If you go by tradition, then the bride's family pays, but keep in mind this is a throwback to the days of dowries and pre-arranged wedding negotiations. In today's modern culture, most marriages are for love, not money. In fact, research shows brides and grooms have been paying for the majority of their wedding costs on their own -- including the ceremony, reception and honeymoon. According to a 2010 survey in The Wedding Report, brides and grooms, on average, each pay about 29% of the wedding costs, for a total of 58%. From there, parents, friends and relatives make up the rest.
For example, when Katherine and Gary Gomez got married last summer both of their parents offered to help contribute to their big day, which included over 200 guests. In total, the New Jersey couple's wedding amounted to $32,000. Katherine and Gary contributed $22,000, while parents on both sides paid $5,000 each.
While every couple's budget will be different, the fact remains: mixing money and family can be a sticky situation. If you're getting married and unsure if, or how, to broach this topic with your family, here's some etiquette.
First, don't assume you're in it alone. If your family doesn't reach out to you first about contributing to your wedding, it doesn't mean they're not interested. The only way to find out is to ask politely. Awkward or not, it's a conversation worth having. The Gomez couple admits it was uncomfortable asking their parents if and how they'd like to contribute financially to their wedding, but they have no regrets. "I felt it was a smart move to put our pride aside and ask our parents for help," says Katherine. "We wouldn't have had the wedding that we had."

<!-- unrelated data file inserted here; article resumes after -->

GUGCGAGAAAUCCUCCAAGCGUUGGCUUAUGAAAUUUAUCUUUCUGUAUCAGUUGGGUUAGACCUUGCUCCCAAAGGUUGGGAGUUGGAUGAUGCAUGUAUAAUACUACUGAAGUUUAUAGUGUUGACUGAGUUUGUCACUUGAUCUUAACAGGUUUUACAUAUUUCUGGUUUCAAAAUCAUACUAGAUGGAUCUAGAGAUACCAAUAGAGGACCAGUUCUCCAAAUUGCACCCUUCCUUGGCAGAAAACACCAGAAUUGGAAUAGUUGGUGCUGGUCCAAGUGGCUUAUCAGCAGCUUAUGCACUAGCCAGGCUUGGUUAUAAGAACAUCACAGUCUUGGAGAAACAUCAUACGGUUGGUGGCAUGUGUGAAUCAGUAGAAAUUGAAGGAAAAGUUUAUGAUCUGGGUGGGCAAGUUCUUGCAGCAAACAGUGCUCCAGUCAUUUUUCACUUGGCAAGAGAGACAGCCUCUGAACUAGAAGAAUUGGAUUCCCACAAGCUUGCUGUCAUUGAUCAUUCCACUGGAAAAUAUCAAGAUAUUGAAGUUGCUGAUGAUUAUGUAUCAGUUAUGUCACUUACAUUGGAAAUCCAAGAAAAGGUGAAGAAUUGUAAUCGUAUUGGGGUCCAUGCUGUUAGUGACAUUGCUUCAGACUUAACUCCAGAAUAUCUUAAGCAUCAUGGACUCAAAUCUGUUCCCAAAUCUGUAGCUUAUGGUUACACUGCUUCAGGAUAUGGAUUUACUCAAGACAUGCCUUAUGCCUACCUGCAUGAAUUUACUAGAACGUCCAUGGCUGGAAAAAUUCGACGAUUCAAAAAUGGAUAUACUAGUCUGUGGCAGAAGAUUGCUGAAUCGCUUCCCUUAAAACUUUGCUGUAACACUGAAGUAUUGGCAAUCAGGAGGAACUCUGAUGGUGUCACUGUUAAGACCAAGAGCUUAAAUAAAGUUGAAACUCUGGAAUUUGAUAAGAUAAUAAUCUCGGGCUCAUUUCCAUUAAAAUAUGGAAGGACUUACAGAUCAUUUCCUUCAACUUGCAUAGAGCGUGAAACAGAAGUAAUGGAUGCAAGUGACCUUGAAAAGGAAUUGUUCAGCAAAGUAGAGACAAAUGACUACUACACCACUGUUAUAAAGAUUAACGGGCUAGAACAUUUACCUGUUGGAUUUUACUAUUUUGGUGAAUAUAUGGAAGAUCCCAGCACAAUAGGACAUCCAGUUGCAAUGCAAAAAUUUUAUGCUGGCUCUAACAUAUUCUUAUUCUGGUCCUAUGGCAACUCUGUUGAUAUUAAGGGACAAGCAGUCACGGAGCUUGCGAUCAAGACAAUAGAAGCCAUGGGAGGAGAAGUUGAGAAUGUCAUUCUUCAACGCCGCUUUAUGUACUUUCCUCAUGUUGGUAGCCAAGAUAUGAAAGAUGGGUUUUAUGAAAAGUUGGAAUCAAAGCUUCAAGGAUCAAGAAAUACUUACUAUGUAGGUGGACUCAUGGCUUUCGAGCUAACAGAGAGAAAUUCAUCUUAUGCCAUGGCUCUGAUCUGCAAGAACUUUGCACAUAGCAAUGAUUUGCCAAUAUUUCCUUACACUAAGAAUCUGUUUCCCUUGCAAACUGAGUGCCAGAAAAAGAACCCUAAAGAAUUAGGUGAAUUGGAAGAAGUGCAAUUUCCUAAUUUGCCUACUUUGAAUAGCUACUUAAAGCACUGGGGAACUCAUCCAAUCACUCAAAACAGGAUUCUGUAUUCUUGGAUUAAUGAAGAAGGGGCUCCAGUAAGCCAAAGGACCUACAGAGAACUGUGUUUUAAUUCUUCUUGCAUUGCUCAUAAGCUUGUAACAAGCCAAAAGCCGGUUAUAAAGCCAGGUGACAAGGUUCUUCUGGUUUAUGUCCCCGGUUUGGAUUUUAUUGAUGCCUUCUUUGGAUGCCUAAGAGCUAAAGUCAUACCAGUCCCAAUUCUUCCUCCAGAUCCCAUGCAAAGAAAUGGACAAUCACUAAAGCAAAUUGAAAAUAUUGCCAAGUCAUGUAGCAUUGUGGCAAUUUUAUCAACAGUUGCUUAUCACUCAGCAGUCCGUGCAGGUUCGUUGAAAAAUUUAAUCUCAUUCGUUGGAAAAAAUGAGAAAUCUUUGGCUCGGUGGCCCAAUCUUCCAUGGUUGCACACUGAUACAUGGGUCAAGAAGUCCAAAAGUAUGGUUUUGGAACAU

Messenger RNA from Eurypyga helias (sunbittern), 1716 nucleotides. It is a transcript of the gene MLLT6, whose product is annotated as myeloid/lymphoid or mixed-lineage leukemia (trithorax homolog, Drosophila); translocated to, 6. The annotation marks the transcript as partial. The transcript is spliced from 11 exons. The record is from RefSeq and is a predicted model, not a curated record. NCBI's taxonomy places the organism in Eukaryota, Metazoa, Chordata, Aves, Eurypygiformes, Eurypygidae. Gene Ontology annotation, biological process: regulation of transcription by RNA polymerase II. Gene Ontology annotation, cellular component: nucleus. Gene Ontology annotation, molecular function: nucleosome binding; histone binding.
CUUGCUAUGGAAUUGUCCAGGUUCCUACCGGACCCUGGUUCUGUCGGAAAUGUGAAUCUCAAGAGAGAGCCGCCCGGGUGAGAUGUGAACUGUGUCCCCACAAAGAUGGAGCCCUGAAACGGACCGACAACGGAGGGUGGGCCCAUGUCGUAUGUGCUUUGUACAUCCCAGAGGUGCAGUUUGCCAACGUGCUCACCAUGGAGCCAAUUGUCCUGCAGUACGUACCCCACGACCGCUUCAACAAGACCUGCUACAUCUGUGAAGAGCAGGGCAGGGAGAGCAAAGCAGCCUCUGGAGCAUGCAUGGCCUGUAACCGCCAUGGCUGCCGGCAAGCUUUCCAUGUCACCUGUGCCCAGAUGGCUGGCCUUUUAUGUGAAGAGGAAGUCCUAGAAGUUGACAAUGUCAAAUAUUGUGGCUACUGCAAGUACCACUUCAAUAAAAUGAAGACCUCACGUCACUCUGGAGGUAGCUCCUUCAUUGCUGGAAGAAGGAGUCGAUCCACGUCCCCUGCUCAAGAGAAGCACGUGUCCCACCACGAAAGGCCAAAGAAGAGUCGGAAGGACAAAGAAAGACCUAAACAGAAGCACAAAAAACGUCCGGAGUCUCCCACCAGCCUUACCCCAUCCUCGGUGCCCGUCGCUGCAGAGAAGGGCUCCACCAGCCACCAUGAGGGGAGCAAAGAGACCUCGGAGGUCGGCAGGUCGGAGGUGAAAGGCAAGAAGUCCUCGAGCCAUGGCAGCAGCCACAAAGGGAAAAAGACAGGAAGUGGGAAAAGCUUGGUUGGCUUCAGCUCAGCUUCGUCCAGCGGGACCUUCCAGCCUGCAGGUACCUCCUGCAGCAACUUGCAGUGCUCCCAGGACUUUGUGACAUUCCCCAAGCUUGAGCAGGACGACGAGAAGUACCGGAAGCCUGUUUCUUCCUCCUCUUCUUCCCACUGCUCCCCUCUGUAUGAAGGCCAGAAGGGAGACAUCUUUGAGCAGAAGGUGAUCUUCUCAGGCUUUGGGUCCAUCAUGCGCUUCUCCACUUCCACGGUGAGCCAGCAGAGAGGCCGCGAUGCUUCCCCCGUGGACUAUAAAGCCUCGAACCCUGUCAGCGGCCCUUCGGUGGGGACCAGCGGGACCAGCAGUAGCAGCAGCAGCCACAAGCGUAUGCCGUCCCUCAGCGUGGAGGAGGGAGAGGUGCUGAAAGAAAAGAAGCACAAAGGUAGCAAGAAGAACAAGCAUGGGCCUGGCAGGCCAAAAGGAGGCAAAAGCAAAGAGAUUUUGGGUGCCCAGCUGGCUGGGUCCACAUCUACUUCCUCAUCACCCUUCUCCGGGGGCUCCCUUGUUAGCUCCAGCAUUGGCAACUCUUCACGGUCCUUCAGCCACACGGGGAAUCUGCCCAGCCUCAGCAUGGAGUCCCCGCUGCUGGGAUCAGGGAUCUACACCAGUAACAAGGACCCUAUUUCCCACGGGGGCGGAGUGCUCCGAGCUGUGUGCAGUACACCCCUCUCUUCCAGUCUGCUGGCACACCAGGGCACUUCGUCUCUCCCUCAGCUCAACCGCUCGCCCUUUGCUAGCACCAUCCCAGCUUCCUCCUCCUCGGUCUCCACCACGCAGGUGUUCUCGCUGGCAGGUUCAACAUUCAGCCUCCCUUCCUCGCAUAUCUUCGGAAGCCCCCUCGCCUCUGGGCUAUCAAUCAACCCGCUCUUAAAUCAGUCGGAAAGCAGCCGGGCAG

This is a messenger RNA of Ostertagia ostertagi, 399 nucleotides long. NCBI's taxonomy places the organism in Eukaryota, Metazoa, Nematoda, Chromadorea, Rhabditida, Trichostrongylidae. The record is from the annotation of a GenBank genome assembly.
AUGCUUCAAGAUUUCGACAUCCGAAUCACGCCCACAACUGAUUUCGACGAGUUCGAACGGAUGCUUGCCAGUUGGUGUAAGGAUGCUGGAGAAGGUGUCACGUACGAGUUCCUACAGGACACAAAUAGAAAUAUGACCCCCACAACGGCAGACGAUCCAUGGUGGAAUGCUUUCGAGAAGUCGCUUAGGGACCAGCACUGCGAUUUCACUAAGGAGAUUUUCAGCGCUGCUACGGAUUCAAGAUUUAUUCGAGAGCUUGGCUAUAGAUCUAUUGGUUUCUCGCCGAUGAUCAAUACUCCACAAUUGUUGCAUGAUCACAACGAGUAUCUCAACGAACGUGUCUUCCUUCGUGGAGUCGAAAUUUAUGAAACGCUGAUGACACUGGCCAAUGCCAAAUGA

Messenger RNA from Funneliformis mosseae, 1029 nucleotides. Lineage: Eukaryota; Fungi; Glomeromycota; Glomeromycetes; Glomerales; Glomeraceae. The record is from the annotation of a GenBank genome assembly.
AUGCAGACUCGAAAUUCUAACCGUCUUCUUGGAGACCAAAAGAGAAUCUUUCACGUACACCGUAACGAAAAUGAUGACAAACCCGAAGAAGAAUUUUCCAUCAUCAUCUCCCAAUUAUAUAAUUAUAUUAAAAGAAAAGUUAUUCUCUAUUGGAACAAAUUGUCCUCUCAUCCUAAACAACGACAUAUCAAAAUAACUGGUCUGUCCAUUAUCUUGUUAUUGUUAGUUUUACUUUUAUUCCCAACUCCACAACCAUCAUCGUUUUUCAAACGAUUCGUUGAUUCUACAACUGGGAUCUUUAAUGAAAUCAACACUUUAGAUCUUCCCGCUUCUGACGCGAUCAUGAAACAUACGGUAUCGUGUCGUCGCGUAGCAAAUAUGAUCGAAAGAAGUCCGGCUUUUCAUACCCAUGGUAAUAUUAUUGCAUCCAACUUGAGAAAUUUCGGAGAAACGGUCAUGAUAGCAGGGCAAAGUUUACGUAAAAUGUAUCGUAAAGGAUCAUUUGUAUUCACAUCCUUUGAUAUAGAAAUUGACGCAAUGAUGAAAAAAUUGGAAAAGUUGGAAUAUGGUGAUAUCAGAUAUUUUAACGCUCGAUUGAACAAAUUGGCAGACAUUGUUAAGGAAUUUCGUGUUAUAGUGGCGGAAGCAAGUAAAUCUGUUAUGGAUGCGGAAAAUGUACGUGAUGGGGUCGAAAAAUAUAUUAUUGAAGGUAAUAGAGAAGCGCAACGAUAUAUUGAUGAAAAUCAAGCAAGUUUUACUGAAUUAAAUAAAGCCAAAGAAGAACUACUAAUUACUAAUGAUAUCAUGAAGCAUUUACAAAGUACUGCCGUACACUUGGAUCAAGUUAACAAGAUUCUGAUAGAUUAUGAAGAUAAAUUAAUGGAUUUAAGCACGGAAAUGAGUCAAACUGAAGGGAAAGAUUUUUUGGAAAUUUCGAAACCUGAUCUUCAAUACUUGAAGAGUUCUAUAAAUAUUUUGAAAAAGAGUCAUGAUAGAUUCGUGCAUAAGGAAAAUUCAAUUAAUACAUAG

But, of course, you want to be tactful when you ask. Not sure even how to start the conversation? As planning begins, sit down with both sides of your family - one at a time - and say you've drawn up a budget for the wedding. Share with them what that number is, as well as your rough plans, and then ask if they'd like to contribute. Sometimes families like to be considered and want to be involved in some capacity. Also, let them know them that assistance doesn't have to come in the form of cash. Referrals, vendor discounts and donations to expenditures other than the wedding -- such as the honeymoon, or a down payment on a house -- can also be valuable contributions.
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If they choose to offer cash, provide them a bit of time to get back to you with a figure, and make a point to ask if they have preferences on how that money gets spent. "I said [to my parents], 'you don't have to tell me an amount today,'" recalls Gary. He recognized that they were on a budget and emphasized to them that they should only agree to an amount they could handle and manage.
That said, be prepared to let your family know how much you may need. Begin by calculating what you and your partner can each contribute comfortably on your own first -- then see where you're at. It's best if you can pay for most of the event yourself. That way, you're not reliant on anyone's contributions - or considerations. Think of family gifts as a bonus -funds to "dress up" the wedding of your dreams.
What do you think? Should weddings be a family affair? Connect with me on Twitter @Farnoosh and remember to use the hashtag #FinFit.